Returning home, she nevertheless started a move closer to the base of geologists, approximately to the place where the Lykovs lived until 1945. First, the 40-year-old hermit moved tools and supplies to a new location. She cut down a small storage shed on stilts so that the animals would not get it. I dug a cellar, cut down a plot. During the winter, Agafya made 33 shuttle trips between the old and new housing. Moved almost all of her simple property. In the spring I took my father through the taiga.

Karp Osipovich has already turned 80, his legs were weak, so they walked for four days. In the summer, firefighters helped the Lykovs build a new hut, but Karp did not have time to move into it - he died on February 16, 1988. The daughter locked the door and went skiing to the geologists. It walked for eight hours, and, having reached the base, fell down with a temperature. She was barely rescued. Many people came to the funeral of Karp Lykov - friends and relatives. Agafya was again called into the world, but she refused.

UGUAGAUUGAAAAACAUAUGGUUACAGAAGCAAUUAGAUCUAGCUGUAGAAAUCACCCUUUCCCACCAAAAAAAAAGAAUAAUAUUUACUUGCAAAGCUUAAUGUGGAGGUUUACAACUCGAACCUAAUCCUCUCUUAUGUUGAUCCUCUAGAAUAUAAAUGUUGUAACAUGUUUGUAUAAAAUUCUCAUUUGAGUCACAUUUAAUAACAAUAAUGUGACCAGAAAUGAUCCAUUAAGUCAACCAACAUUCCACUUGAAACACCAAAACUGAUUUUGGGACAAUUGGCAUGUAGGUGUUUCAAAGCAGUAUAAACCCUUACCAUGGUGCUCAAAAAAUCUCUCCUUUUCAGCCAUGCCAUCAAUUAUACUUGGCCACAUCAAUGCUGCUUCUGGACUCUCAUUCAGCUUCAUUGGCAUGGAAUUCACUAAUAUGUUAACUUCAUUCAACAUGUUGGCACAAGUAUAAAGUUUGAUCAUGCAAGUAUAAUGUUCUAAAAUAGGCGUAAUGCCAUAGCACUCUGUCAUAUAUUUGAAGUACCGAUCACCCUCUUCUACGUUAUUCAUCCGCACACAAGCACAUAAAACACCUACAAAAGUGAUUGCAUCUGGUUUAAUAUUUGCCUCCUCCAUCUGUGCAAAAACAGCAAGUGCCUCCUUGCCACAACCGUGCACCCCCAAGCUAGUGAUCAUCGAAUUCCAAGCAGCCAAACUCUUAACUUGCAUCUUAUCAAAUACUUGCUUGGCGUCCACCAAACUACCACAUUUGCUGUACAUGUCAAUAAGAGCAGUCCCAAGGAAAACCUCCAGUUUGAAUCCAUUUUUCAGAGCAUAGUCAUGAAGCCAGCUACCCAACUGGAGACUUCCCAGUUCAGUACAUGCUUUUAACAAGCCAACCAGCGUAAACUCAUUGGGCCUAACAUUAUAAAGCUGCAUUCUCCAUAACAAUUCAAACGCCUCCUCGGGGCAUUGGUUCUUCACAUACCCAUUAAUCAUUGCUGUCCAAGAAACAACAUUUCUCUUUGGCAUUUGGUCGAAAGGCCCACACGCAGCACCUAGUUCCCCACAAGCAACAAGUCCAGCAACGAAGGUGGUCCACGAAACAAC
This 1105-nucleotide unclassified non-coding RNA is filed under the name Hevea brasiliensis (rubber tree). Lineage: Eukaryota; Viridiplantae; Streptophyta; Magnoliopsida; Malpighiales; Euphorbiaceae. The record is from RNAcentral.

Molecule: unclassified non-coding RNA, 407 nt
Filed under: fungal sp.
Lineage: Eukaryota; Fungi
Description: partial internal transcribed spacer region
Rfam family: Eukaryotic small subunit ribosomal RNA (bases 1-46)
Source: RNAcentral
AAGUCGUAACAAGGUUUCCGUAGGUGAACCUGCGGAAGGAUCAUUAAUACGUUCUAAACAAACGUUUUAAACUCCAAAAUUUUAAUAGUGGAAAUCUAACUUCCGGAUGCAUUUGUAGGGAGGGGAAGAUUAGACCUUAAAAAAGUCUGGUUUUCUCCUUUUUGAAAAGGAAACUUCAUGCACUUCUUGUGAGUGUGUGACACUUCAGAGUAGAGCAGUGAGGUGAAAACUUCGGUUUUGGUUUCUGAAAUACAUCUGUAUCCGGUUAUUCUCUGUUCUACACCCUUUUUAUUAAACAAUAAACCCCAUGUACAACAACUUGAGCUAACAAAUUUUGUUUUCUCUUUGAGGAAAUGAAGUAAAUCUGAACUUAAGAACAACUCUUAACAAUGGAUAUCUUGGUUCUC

Life alone began for the hermit with the invasion of bears. She scared off a couple of predators with shots from a donated gun. To divert others, she hung colorful rags around the house, on which she tore her most elegant dress. The animals retreated, but one woman in the taiga was scared. In 1990, Agafya moved to an Old Believer nunnery, but she stayed there for only a few months. She parted company with the nuns on theological issues and returned to her settlement.